Transforming Girls Education in a Reluctant Community
A young teacher’s resolve to educate out of school adolescent girls
Khairpur district, Sindh: In the small village of Ghano Kalhoro, surrounded by lofty date palms, a group of 33 adolescent girls sit under a makeshift roof to learn from their 22-year-old teacher, Nadia Maitlo at the UNICEF-supported Non-Formal Education Centre (NFEC).
Being able to teach the girls was not always an easy task for Nadia. She is the first from her community to complete her Bachelor’s degree.
“My uncles tore up my books when I was young, saying that there is no need for girls to get an education,” says Nadia wistfully, “I remember I cried, but my father comforted me and told me that no matter what, he would make sure I get an education.”
Her uncles were staunchly against girls attending school from the very beginning. But she found an anchor in her father, who despite family pressures was extremely supportive and insisted that he will educate his daughters as far as possible. He would take her to her college on his motorbike and now brings her every day to this village so she can teach the other girls.
To many of the students, Nadia is a relative, as this is also the community that her mother belongs to.
Nadia has been teaching them since 2019 and educated these thirty-plus out-of-school adolescent girls up to the 5th-grade level in just four years. They are now on Package D, which is equivalent to class levels 6 and 7.
Nadia recalls that the community and her relatives mocked her when she first came to the NFEC as the facilitator. They would not send their daughters to the centre, because to them it was a waste of time that could be well spent working at home instead.
“I would have to go to their homes and beg them to send their girls to the Centre, promising that I am only here to help them achieve something in life.”
However, gradually, as some of the girls trickled in to attend the centre, their families started noticing positive changes. They even began to realise the economic advantages of their daughters’ getting an education.
The women and girls in the village are in charge of milking the buffaloes and selling it to the shops, while the men work the fields.
“Before, the shopkeepers would take advantage of our ignorance and underpay us for the milk we sold,” says Arifa, 17, one of Nadia’s students. “Now, because we know how to calculate, we insist on receiving the correct amount. We’ve learned a lot, and our lives have changed since we joined the centre.”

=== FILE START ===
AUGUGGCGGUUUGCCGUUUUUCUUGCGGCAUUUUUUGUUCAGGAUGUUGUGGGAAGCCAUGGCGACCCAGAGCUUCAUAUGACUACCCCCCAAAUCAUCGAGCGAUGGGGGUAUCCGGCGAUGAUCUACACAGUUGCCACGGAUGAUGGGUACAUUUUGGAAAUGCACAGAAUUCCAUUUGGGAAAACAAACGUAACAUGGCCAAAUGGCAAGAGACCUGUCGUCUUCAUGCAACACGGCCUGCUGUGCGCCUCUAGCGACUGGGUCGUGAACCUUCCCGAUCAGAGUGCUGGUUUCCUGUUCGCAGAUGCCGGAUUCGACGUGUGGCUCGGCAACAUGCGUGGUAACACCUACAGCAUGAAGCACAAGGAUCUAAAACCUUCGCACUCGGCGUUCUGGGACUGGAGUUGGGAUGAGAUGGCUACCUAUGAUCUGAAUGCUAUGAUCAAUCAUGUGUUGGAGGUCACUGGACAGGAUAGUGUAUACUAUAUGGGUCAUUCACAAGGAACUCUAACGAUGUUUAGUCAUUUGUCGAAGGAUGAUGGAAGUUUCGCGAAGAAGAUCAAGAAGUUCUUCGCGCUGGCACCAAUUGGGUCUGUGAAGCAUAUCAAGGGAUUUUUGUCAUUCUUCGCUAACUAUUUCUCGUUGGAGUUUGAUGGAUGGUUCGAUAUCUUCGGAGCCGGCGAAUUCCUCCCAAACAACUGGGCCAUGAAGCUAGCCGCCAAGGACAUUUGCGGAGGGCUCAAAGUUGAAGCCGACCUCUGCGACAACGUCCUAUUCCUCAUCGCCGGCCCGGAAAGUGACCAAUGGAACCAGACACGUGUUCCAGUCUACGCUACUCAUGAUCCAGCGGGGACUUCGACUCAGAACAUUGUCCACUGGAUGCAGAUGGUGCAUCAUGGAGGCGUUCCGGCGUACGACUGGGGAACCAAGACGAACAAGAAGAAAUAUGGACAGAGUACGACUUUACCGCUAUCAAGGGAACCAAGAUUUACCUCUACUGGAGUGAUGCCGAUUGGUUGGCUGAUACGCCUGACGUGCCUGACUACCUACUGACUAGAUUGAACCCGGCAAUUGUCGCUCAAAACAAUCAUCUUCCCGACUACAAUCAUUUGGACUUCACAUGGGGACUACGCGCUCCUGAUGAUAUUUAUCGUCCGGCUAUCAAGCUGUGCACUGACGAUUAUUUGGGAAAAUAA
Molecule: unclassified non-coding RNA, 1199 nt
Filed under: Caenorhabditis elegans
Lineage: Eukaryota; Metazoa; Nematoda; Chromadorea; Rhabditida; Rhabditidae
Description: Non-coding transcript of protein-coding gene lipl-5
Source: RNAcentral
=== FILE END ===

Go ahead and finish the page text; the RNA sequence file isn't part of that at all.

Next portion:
The community also noticed that Nadia was earning through this endeavour, and helping support her family. This encouraged them to want the same for their own girls.
“There is a government school nearby, where the teacher never came, so we got used to our girls staying at home. But this centre is right here in the village. We know that they are safe and they manage a lot of things at home after attending the centre,” says Munawar Ali, a community member and Nadia’s uncle, who was fiercely resistant to girls’ education earlier but is now a staunch supporter of the NFEC and Nadia.
Shabana Abbasi, a social mobilizer for UNICEF’s implementing partner, Indus Resource Centre has been monitoring this NFEC since its inception and has watched Nadia and her students grow. “I have noticed so many positive changes in these girls, from basic cleanliness and manners to maintaining discipline and a routine, these girls have transformed,” she says.
Funding from the Government and people of Norway has helped UNICEF set up 50 such post-primary NFECs which have been established in Ghotki and Khairpur districts in Sindh.
Forty of these centres are dedicated for adolescent girls while ten are for adolescent boys. A total of 1,419 students are currently enrolled in these centres, of which 1,113 are girls.
Nadia has big dreams for her students. “I want to empower all these girls. I want them to become doctors and teachers and help their community,” she says. One of her students Sadia, 15, tutors the little children in the village after her own classes and wants to become a teacher just like Nadia. And while early marriage is common in the community and is something Nadia wants to tackle in time, for now she is happy that even the married girls and new mothers attend with the support of their in-laws.